IF textiles fueled the Industrial Revolution, iron was the scaffolding on which it was constructed.
Without iron, there could have been no meaningful industrialisation. It was needed everywhere, from the framework of spinning mules to the boilers and cylinders of steam engines, from the railway lines that criss-crossed the country to the metal skeletons of a thousand cotton mills and eventually, the iron ships that carried Britain's manufactured goods around the globe.
So it is impossible to overestimate the importance of the contribution made by Britain's iron-masters, in particular the three generations of the Darby family who took the science of iron manufacture to new levels in the 18th century.
Iron had been made in Britain since Roman times, but in small quantities and using charcoal to smelt the ore. So most early foundries were small, woodland-based enterprises close to sources of wood and ore, such as in the Forest of Dean and the Weald. The first improvement in technique came with the introduction of the blast furnace, where air was forced into the fire by bellows to increase the temperature.The first record we have of such a furnace comes from the Weald in 1496.
By the beginning of the 18th century, iron manufacture and the blast-furnace technique had spread to several parts of the country and it was into this expanding scene that the Darby dynasty made its entrance.
Abraham Darby I was born near Dudley in Worcestershire about 1678, the son of a Quaker farmer.
As a youngster he was apprenticed to a malt-mill maker but in 1704 he visited Holland. When he returned he brought with himseveral Dutch brass founders, who helped him establish the Baptist Mills brass foundry in Bristol.
In 1708, however, Abraham turned his attention to iron. He saw it as a cheap substitute for brass in the manufacture of cooking utensils.
He patented the use of sand casting and, after leasing an old iron furnace at Coalbrookdale in Shropshire, he went on to perfect a technique for smelting iron ore by using coke.
The era of charcoal smelting was already dying, partly because it was becoming unobtainable in the quantities needed for an expanding industry, and partly because it was such a soft material, it could not bear the weight of large amounts of ore and therefore was not suitable for use in larger furnaces.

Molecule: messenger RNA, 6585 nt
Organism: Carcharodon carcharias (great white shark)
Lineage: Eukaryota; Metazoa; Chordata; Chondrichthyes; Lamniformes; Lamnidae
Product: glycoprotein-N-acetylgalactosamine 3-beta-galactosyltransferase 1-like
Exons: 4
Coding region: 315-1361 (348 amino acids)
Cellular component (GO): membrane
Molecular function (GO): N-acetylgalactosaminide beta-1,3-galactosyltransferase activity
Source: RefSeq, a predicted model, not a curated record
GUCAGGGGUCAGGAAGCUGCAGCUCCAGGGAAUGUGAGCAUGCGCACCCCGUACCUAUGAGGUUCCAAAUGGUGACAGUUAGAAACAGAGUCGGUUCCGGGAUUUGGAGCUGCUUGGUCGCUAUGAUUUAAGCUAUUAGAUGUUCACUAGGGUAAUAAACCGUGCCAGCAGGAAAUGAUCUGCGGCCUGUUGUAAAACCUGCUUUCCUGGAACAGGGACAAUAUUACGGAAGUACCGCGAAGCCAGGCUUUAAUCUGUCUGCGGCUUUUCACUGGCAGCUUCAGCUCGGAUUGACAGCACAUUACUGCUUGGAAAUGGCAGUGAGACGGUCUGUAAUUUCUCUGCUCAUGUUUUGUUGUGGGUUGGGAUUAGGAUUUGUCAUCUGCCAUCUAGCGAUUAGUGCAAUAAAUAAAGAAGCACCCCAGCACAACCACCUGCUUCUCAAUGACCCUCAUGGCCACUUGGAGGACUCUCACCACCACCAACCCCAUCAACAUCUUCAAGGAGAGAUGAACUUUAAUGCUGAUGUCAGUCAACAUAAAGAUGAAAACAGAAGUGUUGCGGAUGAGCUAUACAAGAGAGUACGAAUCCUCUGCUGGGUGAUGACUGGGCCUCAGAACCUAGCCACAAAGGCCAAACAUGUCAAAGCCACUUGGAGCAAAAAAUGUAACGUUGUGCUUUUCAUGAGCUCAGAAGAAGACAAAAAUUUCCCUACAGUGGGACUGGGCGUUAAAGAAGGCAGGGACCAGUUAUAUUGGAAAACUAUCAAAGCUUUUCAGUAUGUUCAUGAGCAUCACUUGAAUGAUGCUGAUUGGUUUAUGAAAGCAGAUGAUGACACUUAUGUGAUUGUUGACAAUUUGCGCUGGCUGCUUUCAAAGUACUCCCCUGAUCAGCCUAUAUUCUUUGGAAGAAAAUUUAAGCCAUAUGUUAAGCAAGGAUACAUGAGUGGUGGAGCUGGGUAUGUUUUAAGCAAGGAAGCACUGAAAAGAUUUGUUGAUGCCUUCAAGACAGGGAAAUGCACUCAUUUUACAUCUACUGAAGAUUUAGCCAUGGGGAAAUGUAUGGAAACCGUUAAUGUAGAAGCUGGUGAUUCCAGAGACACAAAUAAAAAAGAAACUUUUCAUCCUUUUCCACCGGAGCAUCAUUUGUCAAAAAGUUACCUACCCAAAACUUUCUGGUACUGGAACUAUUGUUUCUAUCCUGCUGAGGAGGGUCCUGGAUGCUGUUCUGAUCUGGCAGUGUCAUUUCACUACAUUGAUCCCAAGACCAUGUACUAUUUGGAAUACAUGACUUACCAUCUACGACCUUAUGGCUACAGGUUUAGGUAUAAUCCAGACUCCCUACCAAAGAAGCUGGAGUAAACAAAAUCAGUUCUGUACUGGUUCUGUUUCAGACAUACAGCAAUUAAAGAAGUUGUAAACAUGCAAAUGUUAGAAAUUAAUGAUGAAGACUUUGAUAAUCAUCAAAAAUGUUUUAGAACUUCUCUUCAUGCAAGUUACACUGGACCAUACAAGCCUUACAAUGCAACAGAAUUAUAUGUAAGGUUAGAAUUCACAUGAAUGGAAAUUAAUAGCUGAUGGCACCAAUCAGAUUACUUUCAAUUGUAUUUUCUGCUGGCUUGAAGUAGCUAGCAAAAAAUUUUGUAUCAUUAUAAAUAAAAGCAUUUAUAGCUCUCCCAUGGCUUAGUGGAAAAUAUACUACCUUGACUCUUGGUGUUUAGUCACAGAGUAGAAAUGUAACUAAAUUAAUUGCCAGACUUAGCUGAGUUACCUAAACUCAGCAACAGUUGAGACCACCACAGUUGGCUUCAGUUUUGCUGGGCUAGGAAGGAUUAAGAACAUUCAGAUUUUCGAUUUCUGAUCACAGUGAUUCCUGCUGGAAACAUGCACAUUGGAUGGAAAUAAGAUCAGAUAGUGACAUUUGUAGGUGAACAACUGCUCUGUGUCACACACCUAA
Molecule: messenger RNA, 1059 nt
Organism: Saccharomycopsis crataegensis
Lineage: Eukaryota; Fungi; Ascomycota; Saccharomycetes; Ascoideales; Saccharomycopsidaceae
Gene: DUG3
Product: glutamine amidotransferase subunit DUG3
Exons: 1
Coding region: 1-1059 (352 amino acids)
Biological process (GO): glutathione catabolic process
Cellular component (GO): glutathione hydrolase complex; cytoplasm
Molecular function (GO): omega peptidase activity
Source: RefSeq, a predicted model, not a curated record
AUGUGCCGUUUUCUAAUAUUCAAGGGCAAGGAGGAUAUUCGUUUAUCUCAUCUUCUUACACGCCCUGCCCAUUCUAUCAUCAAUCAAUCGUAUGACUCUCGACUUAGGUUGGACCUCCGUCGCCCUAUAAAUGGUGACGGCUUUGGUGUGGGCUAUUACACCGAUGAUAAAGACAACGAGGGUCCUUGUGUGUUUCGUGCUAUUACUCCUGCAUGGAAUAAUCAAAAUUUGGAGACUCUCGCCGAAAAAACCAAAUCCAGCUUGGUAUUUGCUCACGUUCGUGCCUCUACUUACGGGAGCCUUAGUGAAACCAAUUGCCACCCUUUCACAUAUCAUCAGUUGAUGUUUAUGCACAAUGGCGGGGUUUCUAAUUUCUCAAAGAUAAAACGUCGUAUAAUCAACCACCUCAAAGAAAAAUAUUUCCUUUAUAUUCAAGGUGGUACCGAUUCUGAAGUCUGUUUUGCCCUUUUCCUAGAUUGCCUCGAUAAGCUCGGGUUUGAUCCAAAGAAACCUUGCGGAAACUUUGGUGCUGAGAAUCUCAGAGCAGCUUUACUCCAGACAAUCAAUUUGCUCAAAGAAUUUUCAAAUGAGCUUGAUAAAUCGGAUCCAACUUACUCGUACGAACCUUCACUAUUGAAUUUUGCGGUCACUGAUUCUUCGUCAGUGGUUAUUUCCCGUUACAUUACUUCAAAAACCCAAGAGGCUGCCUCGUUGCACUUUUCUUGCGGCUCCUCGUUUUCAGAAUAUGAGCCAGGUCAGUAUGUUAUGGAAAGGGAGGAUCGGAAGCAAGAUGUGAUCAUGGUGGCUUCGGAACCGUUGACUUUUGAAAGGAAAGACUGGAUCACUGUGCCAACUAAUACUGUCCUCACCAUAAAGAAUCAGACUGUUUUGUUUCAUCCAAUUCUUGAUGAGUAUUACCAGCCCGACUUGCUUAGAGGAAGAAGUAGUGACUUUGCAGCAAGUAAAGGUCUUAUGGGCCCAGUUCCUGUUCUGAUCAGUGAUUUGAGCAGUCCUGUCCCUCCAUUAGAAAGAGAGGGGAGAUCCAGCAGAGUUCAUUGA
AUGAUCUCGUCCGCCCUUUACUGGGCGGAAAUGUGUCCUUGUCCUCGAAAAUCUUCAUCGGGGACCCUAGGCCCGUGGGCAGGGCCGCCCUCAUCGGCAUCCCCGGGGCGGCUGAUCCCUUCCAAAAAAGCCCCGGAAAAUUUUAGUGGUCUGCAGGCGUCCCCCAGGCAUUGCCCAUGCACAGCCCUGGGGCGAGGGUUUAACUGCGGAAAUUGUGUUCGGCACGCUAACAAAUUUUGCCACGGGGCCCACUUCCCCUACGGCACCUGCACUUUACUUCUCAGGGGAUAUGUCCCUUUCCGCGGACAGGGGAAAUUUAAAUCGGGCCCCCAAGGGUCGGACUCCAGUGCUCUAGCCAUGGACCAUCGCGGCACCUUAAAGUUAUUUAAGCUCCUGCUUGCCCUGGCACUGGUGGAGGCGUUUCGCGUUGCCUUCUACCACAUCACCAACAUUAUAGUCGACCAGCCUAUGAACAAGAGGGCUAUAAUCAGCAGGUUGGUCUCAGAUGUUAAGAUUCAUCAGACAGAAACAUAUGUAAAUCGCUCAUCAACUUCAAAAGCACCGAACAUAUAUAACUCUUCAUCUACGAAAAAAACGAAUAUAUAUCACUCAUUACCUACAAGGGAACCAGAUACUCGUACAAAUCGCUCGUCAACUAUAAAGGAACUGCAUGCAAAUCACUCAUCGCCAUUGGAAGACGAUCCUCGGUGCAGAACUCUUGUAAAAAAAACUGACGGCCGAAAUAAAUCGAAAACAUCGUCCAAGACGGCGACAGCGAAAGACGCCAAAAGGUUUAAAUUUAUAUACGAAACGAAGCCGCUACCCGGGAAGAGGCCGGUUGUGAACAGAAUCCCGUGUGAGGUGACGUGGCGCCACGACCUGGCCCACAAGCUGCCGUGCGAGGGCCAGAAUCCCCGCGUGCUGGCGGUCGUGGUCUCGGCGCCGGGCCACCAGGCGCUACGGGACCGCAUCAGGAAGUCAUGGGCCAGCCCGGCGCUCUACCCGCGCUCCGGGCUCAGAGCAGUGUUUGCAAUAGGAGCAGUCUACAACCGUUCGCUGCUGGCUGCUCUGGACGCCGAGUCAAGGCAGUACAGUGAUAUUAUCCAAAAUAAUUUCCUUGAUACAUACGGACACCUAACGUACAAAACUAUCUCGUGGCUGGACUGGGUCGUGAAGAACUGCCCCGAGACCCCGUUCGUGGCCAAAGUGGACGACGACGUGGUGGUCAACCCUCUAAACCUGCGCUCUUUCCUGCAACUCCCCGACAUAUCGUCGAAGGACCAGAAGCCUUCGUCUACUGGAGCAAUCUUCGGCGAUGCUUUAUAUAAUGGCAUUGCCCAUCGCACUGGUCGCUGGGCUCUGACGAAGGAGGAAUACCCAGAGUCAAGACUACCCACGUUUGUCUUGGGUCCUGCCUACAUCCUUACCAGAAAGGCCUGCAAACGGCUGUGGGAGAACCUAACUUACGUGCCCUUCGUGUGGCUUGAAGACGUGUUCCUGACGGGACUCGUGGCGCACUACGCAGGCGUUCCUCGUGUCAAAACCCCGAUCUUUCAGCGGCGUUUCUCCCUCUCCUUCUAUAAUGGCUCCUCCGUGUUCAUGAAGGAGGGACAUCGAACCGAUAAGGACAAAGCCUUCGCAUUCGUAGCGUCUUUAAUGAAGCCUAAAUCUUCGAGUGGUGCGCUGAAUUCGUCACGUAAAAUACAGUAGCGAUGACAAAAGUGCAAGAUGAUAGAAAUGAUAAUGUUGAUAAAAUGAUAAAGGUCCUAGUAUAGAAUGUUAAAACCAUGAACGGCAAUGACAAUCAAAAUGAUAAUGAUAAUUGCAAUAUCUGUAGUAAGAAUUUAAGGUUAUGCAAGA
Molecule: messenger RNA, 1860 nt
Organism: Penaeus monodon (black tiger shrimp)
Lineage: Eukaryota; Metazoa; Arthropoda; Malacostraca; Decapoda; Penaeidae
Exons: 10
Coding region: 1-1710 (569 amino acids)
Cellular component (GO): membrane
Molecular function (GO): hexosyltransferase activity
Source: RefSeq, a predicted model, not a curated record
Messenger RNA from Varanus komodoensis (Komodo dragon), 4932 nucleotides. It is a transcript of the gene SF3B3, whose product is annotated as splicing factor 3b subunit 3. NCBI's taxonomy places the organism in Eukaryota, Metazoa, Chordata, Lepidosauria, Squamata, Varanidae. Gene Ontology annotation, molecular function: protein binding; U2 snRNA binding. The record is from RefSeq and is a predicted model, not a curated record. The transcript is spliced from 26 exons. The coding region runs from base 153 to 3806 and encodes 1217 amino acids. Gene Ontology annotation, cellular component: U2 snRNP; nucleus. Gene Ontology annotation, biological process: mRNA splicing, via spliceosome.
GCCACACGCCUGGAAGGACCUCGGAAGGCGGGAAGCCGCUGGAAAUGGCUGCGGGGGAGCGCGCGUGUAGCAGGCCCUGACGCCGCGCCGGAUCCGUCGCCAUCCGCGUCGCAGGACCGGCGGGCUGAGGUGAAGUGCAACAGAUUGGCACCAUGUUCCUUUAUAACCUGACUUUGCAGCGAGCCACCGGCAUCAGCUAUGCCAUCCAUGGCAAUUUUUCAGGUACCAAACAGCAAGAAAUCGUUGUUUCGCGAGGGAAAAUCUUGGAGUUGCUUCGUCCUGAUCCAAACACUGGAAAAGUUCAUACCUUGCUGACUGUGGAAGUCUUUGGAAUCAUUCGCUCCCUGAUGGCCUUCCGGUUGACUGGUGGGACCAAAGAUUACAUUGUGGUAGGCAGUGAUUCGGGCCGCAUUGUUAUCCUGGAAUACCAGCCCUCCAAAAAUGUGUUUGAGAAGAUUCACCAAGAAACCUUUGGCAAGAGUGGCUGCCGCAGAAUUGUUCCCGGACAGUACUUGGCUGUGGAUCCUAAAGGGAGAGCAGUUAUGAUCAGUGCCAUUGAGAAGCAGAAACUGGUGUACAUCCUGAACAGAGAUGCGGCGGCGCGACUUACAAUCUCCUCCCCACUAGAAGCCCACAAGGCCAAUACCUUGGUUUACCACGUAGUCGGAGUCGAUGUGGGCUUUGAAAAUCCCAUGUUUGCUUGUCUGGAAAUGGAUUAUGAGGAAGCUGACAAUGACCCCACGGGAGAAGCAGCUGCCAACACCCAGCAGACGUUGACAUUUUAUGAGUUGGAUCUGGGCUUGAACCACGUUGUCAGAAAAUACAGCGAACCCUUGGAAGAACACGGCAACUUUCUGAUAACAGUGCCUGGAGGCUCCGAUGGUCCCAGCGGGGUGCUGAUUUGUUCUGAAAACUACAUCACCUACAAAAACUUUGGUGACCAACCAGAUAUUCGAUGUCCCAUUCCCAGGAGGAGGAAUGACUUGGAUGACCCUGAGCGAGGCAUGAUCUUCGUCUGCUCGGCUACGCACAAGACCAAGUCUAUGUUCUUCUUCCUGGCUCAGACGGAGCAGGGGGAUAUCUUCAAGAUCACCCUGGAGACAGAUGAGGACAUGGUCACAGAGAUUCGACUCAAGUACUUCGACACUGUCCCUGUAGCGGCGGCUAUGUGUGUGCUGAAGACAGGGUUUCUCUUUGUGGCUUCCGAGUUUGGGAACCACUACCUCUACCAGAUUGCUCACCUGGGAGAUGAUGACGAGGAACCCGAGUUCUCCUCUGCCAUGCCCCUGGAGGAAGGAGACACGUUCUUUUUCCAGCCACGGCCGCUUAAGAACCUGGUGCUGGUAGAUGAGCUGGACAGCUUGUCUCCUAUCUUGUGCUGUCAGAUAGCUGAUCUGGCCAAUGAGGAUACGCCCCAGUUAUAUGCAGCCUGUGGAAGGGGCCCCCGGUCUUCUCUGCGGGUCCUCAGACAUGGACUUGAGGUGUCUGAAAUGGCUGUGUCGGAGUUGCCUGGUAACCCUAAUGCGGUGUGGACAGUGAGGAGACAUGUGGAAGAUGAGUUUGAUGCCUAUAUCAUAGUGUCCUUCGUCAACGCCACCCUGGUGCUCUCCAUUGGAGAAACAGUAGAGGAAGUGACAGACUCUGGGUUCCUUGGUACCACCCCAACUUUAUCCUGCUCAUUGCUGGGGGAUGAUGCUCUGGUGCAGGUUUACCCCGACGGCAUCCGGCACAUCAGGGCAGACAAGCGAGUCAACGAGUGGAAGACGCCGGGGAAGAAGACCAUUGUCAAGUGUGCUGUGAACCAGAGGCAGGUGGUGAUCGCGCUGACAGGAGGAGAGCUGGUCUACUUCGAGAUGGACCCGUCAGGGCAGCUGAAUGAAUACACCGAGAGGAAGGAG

IRON bridge over the River Severn in Shropshire. The town took its name from the structure
Coal, in plentiful supply, was being used instead, but it contained undesirable impurities such as sulphur which marred the quality of the finished iron.
Darby was not the first man to use coke as a substitute. Nearly a century before, Dud Dudley (1599-1684), illegitimate son of the 5th Earl of Dudley, had experimented with it in his father's ironworks, but with only limited success. It was not until 1709 that Darby made it possible to use the process on an industrial scale.
The switch from charcoal to coal and coke meant production moved from the forests to the coalfields, with South Wales, Scotland, Staffordshire and Shropshire - the Darbies' base - becoming the key centres. Darby's works at Coalbrookdale on the River Severn began producing iron of the highest quality.
The Darbies were a short-lived family. Abraham Derby I died in 1717, aged about 39, and his son Abraham II, who was born in 1711, was only 52 when he died.
It was he who reputedly discovered how to make wrought (ie worked) iron from coke-smelted ore, but he left behind him no details of the process and it was left to Henry Cort (1740-1800) to patent between 1783 and 1785 a technique for puddling and rolling so that coke could be used for the production of refined bar-iron from pig-iron.
Puddling involved the decarbonisation of crude pig iron in a reverberatory furnace, where carbon from the iron ore combined with oxygen from the coke to produce a malleable or wrought iron - as opposed to cast iron - that could be rolled out in a rolling mill. Cort, who was nicknamed The Great Finer, set up a foundry at Gosport, near Portsmouth, to supply iron for the Navy. Sadly, unknown to Cort, his main financial backer had embezzled Navy money in order to invest, and in the scandal that followed the discovery, Cort was bankrupted, forfeited his patents, and died virtually penniless, leaving his ideas to be exploited by other iron masters.
Darby's Coalbrookdale works experimented with Cort's system without adopting it, but they were achieving a national reputation for excellence, and produced many cast-iron boilers for Newcomen steam engines, which were in big demand for draining mines.
Abraham III lived for just 41 years from 1750 but he enhanced the company's reputation.
His major achievement was the construction of the world's first cast-iron bridge, a 100-foot structure that was prefabricated in the foundry in 1779 and spanned the Severn at a nearby spot now known as Ironbridge. The bridge is still in use today.
It was no surprise that Richard Trevithick used Coalbrookdale's expertise when he needed a company to fabricate the boilers for his high-pressure steam engines in the early years of the 19th century.
Iron became a major growth industry with a seemingly insatiable demand for the product from railway and shipbuilders, engine manufacturers, bridge builders and makers of domestic goods.
The business was given a great boost in 1856 when Sir Henry Bessemer ((1813-98), showed he could make steel - a high-grade alloy of iron - by forcing air into molten pig iron in his converter, removing the impurities.
But as with so many British inventions, home companies were slow to adopt the process. While they hesitated, American firms quickly saw the benefits and cashed in to make vast fortunes.